London Recruits: The Secret War Against Apartheid
London Recruits: The Secret War Against Apartheid went on general release in 2012. It is a collection of short accounts by heroic people who played a vital role in the South African liberation movement.
An amazing collection of real life stories about young men and women’s bravery.
This book is important to me on a very personal level because my husband, Graeme Whyte wrote one of the stories.
After the Rivonia trial in 1963 – 64 and Nelson Mandela’s imprisonment, young white volunteers went into South Africa on secret missions for the banned ANC. These London recruits were able to move around freely simply because they where white, and took huge personal risks to help end that vicious regime of racial oppression.
They were recruited by Ronnie Kasrils who had escaped capture when they arrested Nelson Mandela and others, by hiding under the floorboards. He fled to London where he worked under-cover.
For security reasons, and their own safety, these men and women had to keep their acts of bravery a secret for over 40 years! Now they are free to tell their incredible stories and London Recruits: The Secret War Against Apartheid is on sale widely. They recently toured the book in South Africa where they were hailed as heroes, and appeared on national TV.
Great News -They're Making a Film!
We are very excited to announce that a film about the London Recruits is being made now. The film makers have been very busy filming on location and have been extremely successful at fundraising for the film. It is due to be ready in 2017.
- London Recruits: The secret war against apartheid | London Live
New film to tell the incredible true story for the first time
Here's a homemade video of my husband, Graeme, talking about his story and showing his suitcase. He was being filmed by his nephew who was hearing all this for the first time!
A London Recruit
I am very proud that my husband was one of the recruits. He went to South Africa in 1971 when he was only 20 years old. His mission was to go to Durban with a false-bottomed suitcase containing leaflets and firework-type explosive devices. He stayed in a hotel and constructed leaflet bombs. Then, at a predetermined day and time, he detonated 6 of them in the black areas of Durban throwing thousands of leaflets into the air. Other recruits did the same in all the big cities on the same day at the same time.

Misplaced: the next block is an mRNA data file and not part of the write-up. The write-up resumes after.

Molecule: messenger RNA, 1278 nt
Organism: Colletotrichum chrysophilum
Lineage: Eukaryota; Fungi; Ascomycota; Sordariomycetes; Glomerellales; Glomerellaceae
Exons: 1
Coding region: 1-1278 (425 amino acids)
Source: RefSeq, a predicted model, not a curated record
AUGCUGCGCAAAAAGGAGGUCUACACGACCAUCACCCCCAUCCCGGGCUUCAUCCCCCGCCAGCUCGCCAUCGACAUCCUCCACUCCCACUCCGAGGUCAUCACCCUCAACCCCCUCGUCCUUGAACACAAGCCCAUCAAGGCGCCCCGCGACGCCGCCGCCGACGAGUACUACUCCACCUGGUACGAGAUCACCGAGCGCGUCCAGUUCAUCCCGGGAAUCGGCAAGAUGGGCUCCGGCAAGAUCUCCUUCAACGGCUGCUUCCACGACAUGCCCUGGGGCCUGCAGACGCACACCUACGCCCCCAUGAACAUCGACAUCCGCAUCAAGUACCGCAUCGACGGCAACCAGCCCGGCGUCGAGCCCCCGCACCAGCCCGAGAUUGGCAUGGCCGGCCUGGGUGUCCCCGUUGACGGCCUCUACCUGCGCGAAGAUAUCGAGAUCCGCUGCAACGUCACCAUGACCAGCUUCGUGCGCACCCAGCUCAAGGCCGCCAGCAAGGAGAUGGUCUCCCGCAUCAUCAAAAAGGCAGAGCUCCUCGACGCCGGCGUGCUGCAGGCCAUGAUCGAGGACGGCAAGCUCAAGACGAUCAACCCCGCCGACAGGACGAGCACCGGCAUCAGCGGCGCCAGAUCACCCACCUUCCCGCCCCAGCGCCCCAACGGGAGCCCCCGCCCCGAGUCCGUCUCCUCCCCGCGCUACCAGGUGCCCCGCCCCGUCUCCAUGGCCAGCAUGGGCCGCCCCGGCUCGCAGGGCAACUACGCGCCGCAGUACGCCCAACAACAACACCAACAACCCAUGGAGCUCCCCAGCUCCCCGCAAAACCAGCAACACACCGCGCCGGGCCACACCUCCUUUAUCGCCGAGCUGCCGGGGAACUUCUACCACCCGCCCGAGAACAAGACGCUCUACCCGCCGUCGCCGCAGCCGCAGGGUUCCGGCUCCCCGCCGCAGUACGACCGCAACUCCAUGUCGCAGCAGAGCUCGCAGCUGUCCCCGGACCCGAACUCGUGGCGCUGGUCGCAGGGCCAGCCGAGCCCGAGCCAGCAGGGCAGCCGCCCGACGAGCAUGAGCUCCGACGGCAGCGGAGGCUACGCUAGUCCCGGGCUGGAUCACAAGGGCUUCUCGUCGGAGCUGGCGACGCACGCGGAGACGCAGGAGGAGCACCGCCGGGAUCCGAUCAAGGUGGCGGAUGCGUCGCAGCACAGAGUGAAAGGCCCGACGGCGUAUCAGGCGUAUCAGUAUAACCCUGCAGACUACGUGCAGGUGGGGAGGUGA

The response was tremendous! Black people pounced on the leaflets and the police could not stop them grabbing them and taking them out to the townships.
The leaflets spoke of hope, and their purpose was to keep the struggle alive. They spread the word that South Africa’s black people had not been abandoned, the ANC (African National Congress) was alive and fighting, and that the struggle would continue. It called on them to remember Nelson Mandela and their other imprisoned leaders and keep positive even in the face of such bitter repression. These acts of defiance helped changed the course of South Africa’s history!
London Recruits: The Secret War Against Apartheid is an amazing read – it is gripping because it looks retrospectively at who the recruits were and why they were so willing to risk life and limb for people of another country. They gained nothing personally, and were sworn to secrecy for a staggering 40 years! My husband’s father was never told and his mother was 85 when she read his story.
I highly recommend this book for two reasons, it is a fascinating read about recent history, and all proceeds go to the Nelson Mandela’s Children Fund.
Thanks very much for reading my review.
Graeme is saying goodbye to his suitcase. It was taken back to South Africa and put in the Lilliesleaf Museum, Rivonia, which was the secret headquarters of the ANC and the place where Nelson Mandela was arrested.
Here is Ronnie Kasrils talking about how he operated and recruited the London Recruits.
Click Here to visit our website where you can learn more about the stories of the London Recruits.
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A great story of Nelson Mandela's life.